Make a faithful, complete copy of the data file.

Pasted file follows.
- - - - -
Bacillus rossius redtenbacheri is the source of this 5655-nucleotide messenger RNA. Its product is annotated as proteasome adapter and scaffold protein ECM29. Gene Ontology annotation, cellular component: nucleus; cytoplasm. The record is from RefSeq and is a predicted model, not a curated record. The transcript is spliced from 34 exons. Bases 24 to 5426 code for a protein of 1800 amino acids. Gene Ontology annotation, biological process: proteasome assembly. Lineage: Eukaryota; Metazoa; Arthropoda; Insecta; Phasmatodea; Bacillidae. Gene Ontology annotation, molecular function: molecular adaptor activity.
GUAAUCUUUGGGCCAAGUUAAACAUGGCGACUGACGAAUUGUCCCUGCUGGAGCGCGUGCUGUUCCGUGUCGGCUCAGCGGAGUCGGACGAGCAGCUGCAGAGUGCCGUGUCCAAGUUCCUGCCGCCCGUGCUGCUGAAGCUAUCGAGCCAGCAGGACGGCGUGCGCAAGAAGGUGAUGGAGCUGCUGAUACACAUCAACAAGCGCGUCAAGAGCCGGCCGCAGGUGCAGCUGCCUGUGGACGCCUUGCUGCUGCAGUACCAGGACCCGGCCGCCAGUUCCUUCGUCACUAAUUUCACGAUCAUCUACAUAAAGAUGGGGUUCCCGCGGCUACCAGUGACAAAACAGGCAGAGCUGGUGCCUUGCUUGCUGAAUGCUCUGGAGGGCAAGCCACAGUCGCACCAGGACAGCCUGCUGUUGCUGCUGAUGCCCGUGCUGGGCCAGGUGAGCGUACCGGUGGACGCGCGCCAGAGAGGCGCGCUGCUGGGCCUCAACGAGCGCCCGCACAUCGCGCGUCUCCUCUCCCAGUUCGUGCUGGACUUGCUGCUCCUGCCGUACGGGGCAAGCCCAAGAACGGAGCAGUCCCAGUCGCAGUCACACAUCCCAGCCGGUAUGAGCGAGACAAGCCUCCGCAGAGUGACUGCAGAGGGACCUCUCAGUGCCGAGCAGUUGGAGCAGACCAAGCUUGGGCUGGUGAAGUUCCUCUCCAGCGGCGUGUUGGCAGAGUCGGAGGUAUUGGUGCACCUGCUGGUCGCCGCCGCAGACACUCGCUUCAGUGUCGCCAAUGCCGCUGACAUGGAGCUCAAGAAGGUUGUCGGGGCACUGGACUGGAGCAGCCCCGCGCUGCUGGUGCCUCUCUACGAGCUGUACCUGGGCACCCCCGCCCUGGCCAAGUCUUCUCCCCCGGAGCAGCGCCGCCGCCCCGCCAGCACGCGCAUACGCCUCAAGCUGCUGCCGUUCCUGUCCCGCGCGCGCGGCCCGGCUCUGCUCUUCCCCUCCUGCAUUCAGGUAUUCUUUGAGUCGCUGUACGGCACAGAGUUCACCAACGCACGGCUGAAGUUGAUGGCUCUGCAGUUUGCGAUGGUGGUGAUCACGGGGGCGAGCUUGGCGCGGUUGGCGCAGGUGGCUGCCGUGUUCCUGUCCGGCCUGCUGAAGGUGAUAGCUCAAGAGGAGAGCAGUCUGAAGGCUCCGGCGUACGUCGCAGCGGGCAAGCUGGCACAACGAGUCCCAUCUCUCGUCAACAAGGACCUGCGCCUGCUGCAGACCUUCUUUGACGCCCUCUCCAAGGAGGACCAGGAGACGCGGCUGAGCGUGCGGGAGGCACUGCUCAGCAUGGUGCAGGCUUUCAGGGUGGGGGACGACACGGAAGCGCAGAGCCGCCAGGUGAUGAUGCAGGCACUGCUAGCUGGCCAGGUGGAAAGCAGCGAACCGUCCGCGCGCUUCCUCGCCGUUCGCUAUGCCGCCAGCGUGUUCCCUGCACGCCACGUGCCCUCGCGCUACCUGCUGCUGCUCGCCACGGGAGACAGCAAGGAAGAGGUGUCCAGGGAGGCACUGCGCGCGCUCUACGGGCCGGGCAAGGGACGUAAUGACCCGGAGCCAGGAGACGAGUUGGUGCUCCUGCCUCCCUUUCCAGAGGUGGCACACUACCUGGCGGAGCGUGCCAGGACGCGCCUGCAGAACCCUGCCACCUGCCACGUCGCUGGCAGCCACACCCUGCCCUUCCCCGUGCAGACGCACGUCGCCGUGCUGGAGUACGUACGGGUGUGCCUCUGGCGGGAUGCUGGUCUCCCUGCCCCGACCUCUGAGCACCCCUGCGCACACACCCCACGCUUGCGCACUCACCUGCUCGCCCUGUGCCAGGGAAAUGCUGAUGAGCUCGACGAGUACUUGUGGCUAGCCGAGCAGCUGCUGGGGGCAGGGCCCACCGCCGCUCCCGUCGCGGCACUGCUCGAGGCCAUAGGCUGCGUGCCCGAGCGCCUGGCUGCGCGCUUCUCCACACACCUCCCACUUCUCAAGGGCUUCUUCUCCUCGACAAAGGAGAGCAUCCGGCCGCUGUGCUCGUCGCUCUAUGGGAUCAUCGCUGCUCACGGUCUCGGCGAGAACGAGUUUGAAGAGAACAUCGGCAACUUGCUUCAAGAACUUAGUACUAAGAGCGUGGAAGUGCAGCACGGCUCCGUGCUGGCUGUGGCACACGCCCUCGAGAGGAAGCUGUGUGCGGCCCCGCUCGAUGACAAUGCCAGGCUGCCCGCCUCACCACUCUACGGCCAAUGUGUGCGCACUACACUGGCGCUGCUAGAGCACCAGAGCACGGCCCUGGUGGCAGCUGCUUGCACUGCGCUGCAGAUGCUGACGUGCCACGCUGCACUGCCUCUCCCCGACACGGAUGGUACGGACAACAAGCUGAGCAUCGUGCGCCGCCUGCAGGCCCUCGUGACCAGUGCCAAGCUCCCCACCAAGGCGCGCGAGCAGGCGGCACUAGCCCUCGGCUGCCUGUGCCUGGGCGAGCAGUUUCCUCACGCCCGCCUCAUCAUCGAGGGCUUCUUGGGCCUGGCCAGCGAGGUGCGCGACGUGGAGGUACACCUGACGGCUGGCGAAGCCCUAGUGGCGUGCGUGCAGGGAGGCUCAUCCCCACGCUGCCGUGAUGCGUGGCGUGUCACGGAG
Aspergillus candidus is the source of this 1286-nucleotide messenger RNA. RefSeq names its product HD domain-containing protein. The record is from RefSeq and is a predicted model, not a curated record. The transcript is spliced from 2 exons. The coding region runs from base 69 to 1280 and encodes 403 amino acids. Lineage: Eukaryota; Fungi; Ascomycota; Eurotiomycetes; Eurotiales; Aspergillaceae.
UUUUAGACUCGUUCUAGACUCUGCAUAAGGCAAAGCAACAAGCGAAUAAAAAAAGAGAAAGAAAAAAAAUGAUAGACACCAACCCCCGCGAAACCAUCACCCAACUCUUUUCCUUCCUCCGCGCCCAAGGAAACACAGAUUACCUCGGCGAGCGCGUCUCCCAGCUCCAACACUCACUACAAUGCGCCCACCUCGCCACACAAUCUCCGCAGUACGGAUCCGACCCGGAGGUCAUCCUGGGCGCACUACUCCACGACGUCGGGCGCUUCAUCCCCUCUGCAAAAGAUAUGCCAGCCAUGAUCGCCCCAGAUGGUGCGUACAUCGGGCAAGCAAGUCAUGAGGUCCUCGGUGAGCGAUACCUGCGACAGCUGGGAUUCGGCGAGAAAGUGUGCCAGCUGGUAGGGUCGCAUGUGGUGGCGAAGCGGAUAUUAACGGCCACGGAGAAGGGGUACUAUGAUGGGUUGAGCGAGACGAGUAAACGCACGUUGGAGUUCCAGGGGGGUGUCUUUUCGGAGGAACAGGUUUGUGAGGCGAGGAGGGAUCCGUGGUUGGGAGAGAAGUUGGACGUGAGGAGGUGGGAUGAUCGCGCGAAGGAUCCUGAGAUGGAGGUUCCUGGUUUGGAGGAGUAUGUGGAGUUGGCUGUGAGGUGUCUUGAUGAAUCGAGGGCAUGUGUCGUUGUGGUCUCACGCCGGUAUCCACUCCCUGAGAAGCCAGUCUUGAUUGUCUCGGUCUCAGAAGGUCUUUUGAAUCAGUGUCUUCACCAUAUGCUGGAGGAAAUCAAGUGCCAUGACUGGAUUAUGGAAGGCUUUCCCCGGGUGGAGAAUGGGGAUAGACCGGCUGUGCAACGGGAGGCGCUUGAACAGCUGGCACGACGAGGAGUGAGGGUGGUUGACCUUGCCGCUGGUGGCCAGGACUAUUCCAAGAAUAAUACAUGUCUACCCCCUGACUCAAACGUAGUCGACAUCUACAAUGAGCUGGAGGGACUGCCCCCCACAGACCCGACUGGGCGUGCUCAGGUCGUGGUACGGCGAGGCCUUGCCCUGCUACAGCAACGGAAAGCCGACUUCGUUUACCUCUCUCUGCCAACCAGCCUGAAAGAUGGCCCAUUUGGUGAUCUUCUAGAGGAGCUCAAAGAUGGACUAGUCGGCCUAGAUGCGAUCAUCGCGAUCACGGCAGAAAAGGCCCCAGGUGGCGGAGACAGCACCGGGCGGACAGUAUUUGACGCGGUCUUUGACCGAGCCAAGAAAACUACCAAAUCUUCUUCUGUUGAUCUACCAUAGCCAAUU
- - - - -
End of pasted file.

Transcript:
Bacillus rossius redtenbacheri is the source of this 5655-nucleotide messenger RNA. Its product is annotated as proteasome adapter and scaffold protein ECM29. Gene Ontology annotation, cellular component: nucleus; cytoplasm. The record is from RefSeq and is a predicted model, not a curated record. The transcript is spliced from 34 exons. Bases 24 to 5426 code for a protein of 1800 amino acids. Gene Ontology annotation, biological process: proteasome assembly. Lineage: Eukaryota; Metazoa; Arthropoda; Insecta; Phasmatodea; Bacillidae. Gene Ontology annotation, molecular function: molecular adaptor activity.
GUAAUCUUUGGGCCAAGUUAAACAUGGCGACUGACGAAUUGUCCCUGCUGGAGCGCGUGCUGUUCCGUGUCGGCUCAGCGGAGUCGGACGAGCAGCUGCAGAGUGCCGUGUCCAAGUUCCUGCCGCCCGUGCUGCUGAAGCUAUCGAGCCAGCAGGACGGCGUGCGCAAGAAGGUGAUGGAGCUGCUGAUACACAUCAACAAGCGCGUCAAGAGCCGGCCGCAGGUGCAGCUGCCUGUGGACGCCUUGCUGCUGCAGUACCAGGACCCGGCCGCCAGUUCCUUCGUCACUAAUUUCACGAUCAUCUACAUAAAGAUGGGGUUCCCGCGGCUACCAGUGACAAAACAGGCAGAGCUGGUGCCUUGCUUGCUGAAUGCUCUGGAGGGCAAGCCACAGUCGCACCAGGACAGCCUGCUGUUGCUGCUGAUGCCCGUGCUGGGCCAGGUGAGCGUACCGGUGGACGCGCGCCAGAGAGGCGCGCUGCUGGGCCUCAACGAGCGCCCGCACAUCGCGCGUCUCCUCUCCCAGUUCGUGCUGGACUUGCUGCUCCUGCCGUACGGGGCAAGCCCAAGAACGGAGCAGUCCCAGUCGCAGUCACACAUCCCAGCCGGUAUGAGCGAGACAAGCCUCCGCAGAGUGACUGCAGAGGGACCUCUCAGUGCCGAGCAGUUGGAGCAGACCAAGCUUGGGCUGGUGAAGUUCCUCUCCAGCGGCGUGUUGGCAGAGUCGGAGGUAUUGGUGCACCUGCUGGUCGCCGCCGCAGACACUCGCUUCAGUGUCGCCAAUGCCGCUGACAUGGAGCUCAAGAAGGUUGUCGGGGCACUGGACUGGAGCAGCCCCGCGCUGCUGGUGCCUCUCUACGAGCUGUACCUGGGCACCCCCGCCCUGGCCAAGUCUUCUCCCCCGGAGCAGCGCCGCCGCCCCGCCAGCACGCGCAUACGCCUCAAGCUGCUGCCGUUCCUGUCCCGCGCGCGCGGCCCGGCUCUGCUCUUCCCCUCCUGCAUUCAGGUAUUCUUUGAGUCGCUGUACGGCACAGAGUUCACCAACGCACGGCUGAAGUUGAUGGCUCUGCAGUUUGCGAUGGUGGUGAUCACGGGGGCGAGCUUGGCGCGGUUGGCGCAGGUGGCUGCCGUGUUCCUGUCCGGCCUGCUGAAGGUGAUAGCUCAAGAGGAGAGCAGUCUGAAGGCUCCGGCGUACGUCGCAGCGGGCAAGCUGGCACAACGAGUCCCAUCUCUCGUCAACAAGGACCUGCGCCUGCUGCAGACCUUCUUUGACGCCCUCUCCAAGGAGGACCAGGAGACGCGGCUGAGCGUGCGGGAGGCACUGCUCAGCAUGGUGCAGGCUUUCAGGGUGGGGGACGACACGGAAGCGCAGAGCCGCCAGGUGAUGAUGCAGGCACUGCUAGCUGGCCAGGUGGAAAGCAGCGAACCGUCCGCGCGCUUCCUCGCCGUUCGCUAUGCCGCCAGCGUGUUCCCUGCACGCCACGUGCCCUCGCGCUACCUGCUGCUGCUCGCCACGGGAGACAGCAAGGAAGAGGUGUCCAGGGAGGCACUGCGCGCGCUCUACGGGCCGGGCAAGGGACGUAAUGACCCGGAGCCAGGAGACGAGUUGGUGCUCCUGCCUCCCUUUCCAGAGGUGGCACACUACCUGGCGGAGCGUGCCAGGACGCGCCUGCAGAACCCUGCCACCUGCCACGUCGCUGGCAGCCACACCCUGCCCUUCCCCGUGCAGACGCACGUCGCCGUGCUGGAGUACGUACGGGUGUGCCUCUGGCGGGAUGCUGGUCUCCCUGCCCCGACCUCUGAGCACCCCUGCGCACACACCCCACGCUUGCGCACUCACCUGCUCGCCCUGUGCCAGGGAAAUGCUGAUGAGCUCGACGAGUACUUGUGGCUAGCCGAGCAGCUGCUGGGGGCAGGGCCCACCGCCGCUCCCGUCGCGGCACUGCUCGAGGCCAUAGGCUGCGUGCCCGAGCGCCUGGCUGCGCGCUUCUCCACACACCUCCCACUUCUCAAGGGCUUCUUCUCCUCGACAAAGGAGAGCAUCCGGCCGCUGUGCUCGUCGCUCUAUGGGAUCAUCGCUGCUCACGGUCUCGGCGAGAACGAGUUUGAAGAGAACAUCGGCAACUUGCUUCAAGAACUUAGUACUAAGAGCGUGGAAGUGCAGCACGGCUCCGUGCUGGCUGUGGCACACGCCCUCGAGAGGAAGCUGUGUGCGGCCCCGCUCGAUGACAAUGCCAGGCUGCCCGCCUCACCACUCUACGGCCAAUGUGUGCGCACUACACUGGCGCUGCUAGAGCACCAGAGCACGGCCCUGGUGGCAGCUGCUUGCACUGCGCUGCAGAUGCUGACGUGCCACGCUGCACUGCCUCUCCCCGACACGGAUGGUACGGACAACAAGCUGAGCAUCGUGCGCCGCCUGCAGGCCCUCGUGACCAGUGCCAAGCUCCCCACCAAGGCGCGCGAGCAGGCGGCACUAGCCCUCGGCUGCCUGUGCCUGGGCGAGCAGUUUCCUCACGCCCGCCUCAUCAUCGAGGGCUUCUUGGGCCUGGCCAGCGAGGUGCGCGACGUGGAGGUACACCUGACGGCUGGCGAAGCCCUAGUGGCGUGCGUGCAGGGAGGCUCAUCCCCACGCUGCCGUGAUGCGUGGCGUGUCACGGAG
Aspergillus candidus is the source of this 1286-nucleotide messenger RNA. RefSeq names its product HD domain-containing protein. The record is from RefSeq and is a predicted model, not a curated record. The transcript is spliced from 2 exons. The coding region runs from base 69 to 1280 and encodes 403 amino acids. Lineage: Eukaryota; Fungi; Ascomycota; Eurotiomycetes; Eurotiales; Aspergillaceae.
UUUUAGACUCGUUCUAGACUCUGCAUAAGGCAAAGCAACAAGCGAAUAAAAAAAGAGAAAGAAAAAAAAUGAUAGACACCAACCCCCGCGAAACCAUCACCCAACUCUUUUCCUUCCUCCGCGCCCAAGGAAACACAGAUUACCUCGGCGAGCGCGUCUCCCAGCUCCAACACUCACUACAAUGCGCCCACCUCGCCACACAAUCUCCGCAGUACGGAUCCGACCCGGAGGUCAUCCUGGGCGCACUACUCCACGACGUCGGGCGCUUCAUCCCCUCUGCAAAAGAUAUGCCAGCCAUGAUCGCCCCAGAUGGUGCGUACAUCGGGCAAGCAAGUCAUGAGGUCCUCGGUGAGCGAUACCUGCGACAGCUGGGAUUCGGCGAGAAAGUGUGCCAGCUGGUAGGGUCGCAUGUGGUGGCGAAGCGGAUAUUAACGGCCACGGAGAAGGGGUACUAUGAUGGGUUGAGCGAGACGAGUAAACGCACGUUGGAGUUCCAGGGGGGUGUCUUUUCGGAGGAACAGGUUUGUGAGGCGAGGAGGGAUCCGUGGUUGGGAGAGAAGUUGGACGUGAGGAGGUGGGAUGAUCGCGCGAAGGAUCCUGAGAUGGAGGUUCCUGGUUUGGAGGAGUAUGUGGAGUUGGCUGUGAGGUGUCUUGAUGAAUCGAGGGCAUGUGUCGUUGUGGUCUCACGCCGGUAUCCACUCCCUGAGAAGCCAGUCUUGAUUGUCUCGGUCUCAGAAGGUCUUUUGAAUCAGUGUCUUCACCAUAUGCUGGAGGAAAUCAAGUGCCAUGACUGGAUUAUGGAAGGCUUUCCCCGGGUGGAGAAUGGGGAUAGACCGGCUGUGCAACGGGAGGCGCUUGAACAGCUGGCACGACGAGGAGUGAGGGUGGUUGACCUUGCCGCUGGUGGCCAGGACUAUUCCAAGAAUAAUACAUGUCUACCCCCUGACUCAAACGUAGUCGACAUCUACAAUGAGCUGGAGGGACUGCCCCCCACAGACCCGACUGGGCGUGCUCAGGUCGUGGUACGGCGAGGCCUUGCCCUGCUACAGCAACGGAAAGCCGACUUCGUUUACCUCUCUCUGCCAACCAGCCUGAAAGAUGGCCCAUUUGGUGAUCUUCUAGAGGAGCUCAAAGAUGGACUAGUCGGCCUAGAUGCGAUCAUCGCGAUCACGGCAGAAAAGGCCCCAGGUGGCGGAGACAGCACCGGGCGGACAGUAUUUGACGCGGUCUUUGACCGAGCCAAGAAAACUACCAAAUCUUCUUCUGUUGAUCUACCAUAGCCAAUU